May 21

Who cares how to use whom correctly?!

    I’m a writing coach. I’m an editor. I love grammar. I get questions all the time about how to use whom correctly.*

    But, I have to be honest, I hate the word “whom.”

    It just sounds so danged snooty, doesn’t it? Can you imagine ever uttering these questions in real life?

    “To whom have you given your copy of Jodi Picoult’s latest book?”

    “Is there anyone with whom you’d like to share this hamburger?”

    There’s just no way, in normal conversation, that we would ever use the word “whom.” We would shamelessly end the sentence in a preposition and move on with our lives.

    I’ll admit it, I’m an advocate of ditching “whom” entirely and allowing writers all over the world to promiscuously end their sentences in any kind of preposition they want, so long as they do so with intention and style.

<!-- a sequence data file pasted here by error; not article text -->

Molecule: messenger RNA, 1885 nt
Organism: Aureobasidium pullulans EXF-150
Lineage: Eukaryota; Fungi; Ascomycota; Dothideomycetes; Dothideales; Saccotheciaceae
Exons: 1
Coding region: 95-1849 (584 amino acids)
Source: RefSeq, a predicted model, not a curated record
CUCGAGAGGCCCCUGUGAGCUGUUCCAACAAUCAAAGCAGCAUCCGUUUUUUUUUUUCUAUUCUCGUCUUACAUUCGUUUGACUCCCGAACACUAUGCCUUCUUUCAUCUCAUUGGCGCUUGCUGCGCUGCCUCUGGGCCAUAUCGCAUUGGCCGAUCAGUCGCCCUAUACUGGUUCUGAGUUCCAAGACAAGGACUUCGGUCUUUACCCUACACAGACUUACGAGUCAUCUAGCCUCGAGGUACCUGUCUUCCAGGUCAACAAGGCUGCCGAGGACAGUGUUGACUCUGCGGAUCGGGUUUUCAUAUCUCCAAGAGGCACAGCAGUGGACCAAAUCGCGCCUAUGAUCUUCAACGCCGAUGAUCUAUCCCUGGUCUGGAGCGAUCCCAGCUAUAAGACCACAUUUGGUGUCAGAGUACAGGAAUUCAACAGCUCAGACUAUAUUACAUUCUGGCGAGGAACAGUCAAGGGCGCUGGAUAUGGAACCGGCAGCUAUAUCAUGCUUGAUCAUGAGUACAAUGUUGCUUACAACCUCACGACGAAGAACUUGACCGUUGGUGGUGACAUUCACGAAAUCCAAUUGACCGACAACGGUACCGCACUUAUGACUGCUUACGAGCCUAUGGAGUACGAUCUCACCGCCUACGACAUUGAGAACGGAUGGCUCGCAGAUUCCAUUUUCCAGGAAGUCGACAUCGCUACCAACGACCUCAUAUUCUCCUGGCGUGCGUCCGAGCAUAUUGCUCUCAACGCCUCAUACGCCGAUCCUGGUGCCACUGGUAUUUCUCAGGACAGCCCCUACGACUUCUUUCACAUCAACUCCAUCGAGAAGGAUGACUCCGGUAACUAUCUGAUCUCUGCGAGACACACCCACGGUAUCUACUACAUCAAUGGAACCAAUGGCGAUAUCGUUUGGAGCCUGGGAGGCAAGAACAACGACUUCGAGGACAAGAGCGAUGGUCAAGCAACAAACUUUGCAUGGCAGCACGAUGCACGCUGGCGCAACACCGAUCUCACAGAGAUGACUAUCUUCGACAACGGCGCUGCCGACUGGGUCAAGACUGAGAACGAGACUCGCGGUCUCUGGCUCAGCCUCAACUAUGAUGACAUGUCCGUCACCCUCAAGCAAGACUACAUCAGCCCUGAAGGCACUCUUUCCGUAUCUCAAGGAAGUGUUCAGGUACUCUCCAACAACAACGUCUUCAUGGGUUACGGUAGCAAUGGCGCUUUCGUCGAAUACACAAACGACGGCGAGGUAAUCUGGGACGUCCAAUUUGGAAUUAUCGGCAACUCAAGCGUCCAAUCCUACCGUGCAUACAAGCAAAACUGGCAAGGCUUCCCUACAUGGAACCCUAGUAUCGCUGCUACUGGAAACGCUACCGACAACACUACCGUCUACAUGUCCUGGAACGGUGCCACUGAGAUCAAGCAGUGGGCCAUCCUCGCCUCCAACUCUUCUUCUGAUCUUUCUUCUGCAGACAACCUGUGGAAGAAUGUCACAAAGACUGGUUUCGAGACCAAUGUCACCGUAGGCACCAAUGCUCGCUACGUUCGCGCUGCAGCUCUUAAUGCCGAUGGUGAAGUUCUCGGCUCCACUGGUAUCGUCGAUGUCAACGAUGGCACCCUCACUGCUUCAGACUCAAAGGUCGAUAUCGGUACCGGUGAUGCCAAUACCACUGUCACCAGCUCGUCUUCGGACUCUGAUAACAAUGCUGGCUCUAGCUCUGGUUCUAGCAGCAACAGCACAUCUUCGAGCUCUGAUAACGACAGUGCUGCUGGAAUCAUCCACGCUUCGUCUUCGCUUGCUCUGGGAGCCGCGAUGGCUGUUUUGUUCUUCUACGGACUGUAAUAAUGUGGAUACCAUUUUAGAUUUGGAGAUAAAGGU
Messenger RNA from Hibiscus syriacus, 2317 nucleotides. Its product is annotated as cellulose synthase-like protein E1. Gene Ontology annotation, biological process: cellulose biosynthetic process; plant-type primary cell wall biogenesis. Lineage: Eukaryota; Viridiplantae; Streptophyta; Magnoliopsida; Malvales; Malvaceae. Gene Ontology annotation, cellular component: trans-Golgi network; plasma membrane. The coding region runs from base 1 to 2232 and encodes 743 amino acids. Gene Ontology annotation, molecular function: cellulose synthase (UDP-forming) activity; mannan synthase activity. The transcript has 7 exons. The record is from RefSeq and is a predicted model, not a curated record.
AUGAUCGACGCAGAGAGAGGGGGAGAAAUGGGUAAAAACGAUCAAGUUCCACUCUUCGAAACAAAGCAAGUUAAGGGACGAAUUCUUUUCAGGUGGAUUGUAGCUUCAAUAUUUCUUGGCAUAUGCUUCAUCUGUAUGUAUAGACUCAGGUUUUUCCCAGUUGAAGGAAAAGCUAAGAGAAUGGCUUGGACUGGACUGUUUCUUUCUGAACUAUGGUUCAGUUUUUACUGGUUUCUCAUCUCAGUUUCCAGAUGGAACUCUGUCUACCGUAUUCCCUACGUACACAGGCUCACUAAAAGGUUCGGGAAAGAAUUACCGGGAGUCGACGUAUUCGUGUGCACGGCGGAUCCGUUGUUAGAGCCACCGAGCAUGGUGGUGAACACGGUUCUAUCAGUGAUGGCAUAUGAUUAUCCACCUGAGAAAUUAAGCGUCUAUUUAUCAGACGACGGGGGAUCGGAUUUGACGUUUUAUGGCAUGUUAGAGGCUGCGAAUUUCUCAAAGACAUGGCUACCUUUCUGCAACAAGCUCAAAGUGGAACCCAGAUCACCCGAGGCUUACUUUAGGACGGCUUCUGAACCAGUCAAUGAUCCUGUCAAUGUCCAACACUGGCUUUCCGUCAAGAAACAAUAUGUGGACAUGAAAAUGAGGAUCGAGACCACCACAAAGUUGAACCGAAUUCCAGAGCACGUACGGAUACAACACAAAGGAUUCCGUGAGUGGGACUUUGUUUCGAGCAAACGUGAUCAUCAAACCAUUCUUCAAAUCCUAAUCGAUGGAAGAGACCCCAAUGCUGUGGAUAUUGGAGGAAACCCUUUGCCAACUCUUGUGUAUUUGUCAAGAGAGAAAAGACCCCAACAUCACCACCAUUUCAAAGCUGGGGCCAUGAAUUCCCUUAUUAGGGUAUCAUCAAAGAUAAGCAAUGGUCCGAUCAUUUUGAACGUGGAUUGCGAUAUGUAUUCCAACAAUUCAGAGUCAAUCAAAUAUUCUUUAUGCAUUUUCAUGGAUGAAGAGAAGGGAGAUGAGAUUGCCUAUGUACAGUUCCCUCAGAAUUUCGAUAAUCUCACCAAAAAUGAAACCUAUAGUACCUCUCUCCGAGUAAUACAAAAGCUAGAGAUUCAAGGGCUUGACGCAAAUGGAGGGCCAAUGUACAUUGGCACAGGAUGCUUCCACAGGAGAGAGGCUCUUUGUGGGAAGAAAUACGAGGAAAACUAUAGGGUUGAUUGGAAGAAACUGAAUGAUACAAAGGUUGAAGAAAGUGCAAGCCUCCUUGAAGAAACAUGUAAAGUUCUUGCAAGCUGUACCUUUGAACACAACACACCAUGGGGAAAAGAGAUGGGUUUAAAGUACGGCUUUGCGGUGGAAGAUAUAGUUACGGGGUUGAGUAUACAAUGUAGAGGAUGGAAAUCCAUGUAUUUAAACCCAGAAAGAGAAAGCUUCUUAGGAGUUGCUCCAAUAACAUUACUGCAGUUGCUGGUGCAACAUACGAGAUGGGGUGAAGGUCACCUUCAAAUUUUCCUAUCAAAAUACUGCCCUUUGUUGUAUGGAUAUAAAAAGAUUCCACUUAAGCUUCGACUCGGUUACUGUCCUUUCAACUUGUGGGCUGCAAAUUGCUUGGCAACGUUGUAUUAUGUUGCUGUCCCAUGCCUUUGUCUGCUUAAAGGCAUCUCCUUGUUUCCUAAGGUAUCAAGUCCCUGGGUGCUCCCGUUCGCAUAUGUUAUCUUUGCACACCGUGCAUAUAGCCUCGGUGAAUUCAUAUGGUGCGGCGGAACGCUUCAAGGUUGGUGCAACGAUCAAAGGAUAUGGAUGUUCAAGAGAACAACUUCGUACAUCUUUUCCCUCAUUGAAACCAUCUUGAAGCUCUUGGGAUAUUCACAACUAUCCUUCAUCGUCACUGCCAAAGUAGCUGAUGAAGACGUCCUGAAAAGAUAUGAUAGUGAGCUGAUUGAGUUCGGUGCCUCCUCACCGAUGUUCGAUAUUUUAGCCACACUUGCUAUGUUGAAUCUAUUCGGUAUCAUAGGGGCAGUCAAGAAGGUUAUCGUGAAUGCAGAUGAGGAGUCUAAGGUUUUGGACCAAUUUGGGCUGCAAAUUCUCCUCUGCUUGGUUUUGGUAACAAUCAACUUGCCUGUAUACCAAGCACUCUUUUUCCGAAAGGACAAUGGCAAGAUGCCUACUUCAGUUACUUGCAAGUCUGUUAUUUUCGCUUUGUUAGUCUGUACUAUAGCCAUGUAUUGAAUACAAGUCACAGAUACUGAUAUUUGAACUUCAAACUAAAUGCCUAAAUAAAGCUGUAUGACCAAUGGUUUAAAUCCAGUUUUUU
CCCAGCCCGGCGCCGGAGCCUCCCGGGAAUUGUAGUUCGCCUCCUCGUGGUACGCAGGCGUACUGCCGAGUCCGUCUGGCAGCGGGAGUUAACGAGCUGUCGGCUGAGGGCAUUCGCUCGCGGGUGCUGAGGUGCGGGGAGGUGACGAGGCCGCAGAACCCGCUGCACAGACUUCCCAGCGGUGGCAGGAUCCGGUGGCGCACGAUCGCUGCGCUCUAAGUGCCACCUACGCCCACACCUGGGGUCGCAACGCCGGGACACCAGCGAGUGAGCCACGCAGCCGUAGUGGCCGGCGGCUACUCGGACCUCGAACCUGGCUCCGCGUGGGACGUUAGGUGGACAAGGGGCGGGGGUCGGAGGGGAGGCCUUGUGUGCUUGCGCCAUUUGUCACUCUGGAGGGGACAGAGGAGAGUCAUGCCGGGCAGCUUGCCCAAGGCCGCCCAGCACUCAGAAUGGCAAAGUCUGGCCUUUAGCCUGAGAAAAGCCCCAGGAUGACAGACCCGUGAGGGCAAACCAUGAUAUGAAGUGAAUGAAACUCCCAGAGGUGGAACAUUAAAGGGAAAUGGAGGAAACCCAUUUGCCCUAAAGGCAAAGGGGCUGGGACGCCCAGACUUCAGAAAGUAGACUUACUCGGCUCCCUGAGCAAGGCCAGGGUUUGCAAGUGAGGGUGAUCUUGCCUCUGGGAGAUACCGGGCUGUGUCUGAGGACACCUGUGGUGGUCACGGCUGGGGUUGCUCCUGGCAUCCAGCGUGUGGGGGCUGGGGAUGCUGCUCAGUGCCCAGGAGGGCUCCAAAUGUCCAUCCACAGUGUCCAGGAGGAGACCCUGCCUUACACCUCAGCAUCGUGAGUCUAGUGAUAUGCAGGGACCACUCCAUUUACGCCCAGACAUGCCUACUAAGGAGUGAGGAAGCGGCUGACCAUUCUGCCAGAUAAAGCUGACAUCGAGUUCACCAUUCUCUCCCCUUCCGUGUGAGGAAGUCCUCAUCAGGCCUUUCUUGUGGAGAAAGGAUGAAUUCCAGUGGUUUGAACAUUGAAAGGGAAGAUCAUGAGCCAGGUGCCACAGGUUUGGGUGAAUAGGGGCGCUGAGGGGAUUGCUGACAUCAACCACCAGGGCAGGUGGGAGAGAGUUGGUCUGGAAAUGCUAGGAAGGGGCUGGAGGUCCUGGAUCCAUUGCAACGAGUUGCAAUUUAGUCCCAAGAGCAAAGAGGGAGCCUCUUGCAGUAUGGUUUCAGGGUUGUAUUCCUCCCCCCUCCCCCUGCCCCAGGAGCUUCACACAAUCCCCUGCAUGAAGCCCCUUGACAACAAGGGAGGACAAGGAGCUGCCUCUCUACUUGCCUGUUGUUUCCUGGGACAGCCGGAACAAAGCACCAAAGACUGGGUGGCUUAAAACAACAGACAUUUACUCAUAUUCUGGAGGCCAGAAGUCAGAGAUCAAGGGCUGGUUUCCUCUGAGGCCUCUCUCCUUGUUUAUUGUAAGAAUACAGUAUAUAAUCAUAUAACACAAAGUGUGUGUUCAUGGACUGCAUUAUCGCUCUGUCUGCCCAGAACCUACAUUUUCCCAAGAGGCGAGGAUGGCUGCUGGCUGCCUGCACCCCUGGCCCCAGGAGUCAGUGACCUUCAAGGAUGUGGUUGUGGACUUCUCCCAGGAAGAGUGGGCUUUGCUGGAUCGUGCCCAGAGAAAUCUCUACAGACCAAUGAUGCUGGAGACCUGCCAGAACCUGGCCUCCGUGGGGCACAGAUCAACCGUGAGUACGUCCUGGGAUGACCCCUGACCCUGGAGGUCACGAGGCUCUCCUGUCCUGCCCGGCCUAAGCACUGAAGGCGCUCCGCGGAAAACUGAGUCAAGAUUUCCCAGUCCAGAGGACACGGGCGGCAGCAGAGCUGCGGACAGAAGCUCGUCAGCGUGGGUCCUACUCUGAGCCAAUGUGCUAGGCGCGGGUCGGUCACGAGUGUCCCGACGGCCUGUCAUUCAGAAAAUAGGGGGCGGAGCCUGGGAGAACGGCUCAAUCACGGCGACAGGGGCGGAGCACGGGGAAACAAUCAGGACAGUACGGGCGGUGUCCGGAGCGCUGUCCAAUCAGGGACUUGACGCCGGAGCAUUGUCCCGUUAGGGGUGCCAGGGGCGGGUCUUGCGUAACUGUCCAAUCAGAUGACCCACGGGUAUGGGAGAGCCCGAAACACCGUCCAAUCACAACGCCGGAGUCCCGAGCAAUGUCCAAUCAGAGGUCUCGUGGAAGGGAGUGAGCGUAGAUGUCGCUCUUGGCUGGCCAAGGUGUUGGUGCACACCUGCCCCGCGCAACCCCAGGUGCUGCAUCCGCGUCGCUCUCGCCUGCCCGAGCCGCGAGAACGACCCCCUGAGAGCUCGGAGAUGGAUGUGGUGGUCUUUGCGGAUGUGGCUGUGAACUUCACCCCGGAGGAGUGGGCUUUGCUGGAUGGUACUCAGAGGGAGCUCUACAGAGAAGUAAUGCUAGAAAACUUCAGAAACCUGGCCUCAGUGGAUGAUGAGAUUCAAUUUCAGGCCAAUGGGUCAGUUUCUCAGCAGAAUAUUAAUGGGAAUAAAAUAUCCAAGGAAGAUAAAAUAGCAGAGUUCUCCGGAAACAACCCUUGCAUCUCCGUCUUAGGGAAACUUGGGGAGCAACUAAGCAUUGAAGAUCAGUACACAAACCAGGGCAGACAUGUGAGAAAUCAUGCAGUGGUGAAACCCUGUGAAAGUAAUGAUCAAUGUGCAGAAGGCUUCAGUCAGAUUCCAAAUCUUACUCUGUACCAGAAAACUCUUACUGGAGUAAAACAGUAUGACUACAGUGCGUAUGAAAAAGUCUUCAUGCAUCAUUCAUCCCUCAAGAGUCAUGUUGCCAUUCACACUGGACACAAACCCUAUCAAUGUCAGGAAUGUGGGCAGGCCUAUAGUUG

“Who did you loan that book to?”

    “Who would you like to share that hamburger with?”

    Those are not atrocious sentences. They’re concise and practical. Not beautiful, fine, but at least they sound like something an actual person would say.

    I understand that writing is not supposed to sound exactly like conversation, but it should sound fluid and familiar to the ear. If the reader has to stop and reorganize a sentence in order to fully understand it, I’d say the writer could stand to organize the sentence a bit better from the get-go.

    Okay, end rant.

    This is possibly my shortest blog post ever, haha.

    What do you think? Are you a fan of “whom?” Or a hater? Or a neutral spectator who just tries really hard not to put yourself in a situation where you’d have to choose between using “whom” incorrectly (and sounding dumb) or using “whom” correctly (and sounding arrogant)?

    *Yes, I know, it's happened again. I should have “whom” in quotation marks here, but when people Google things, they're much more likely to type in “how to use whom” than “how to use ‘whom.'” It's tough being a grammar freak and owning an Internet/Google-based business.


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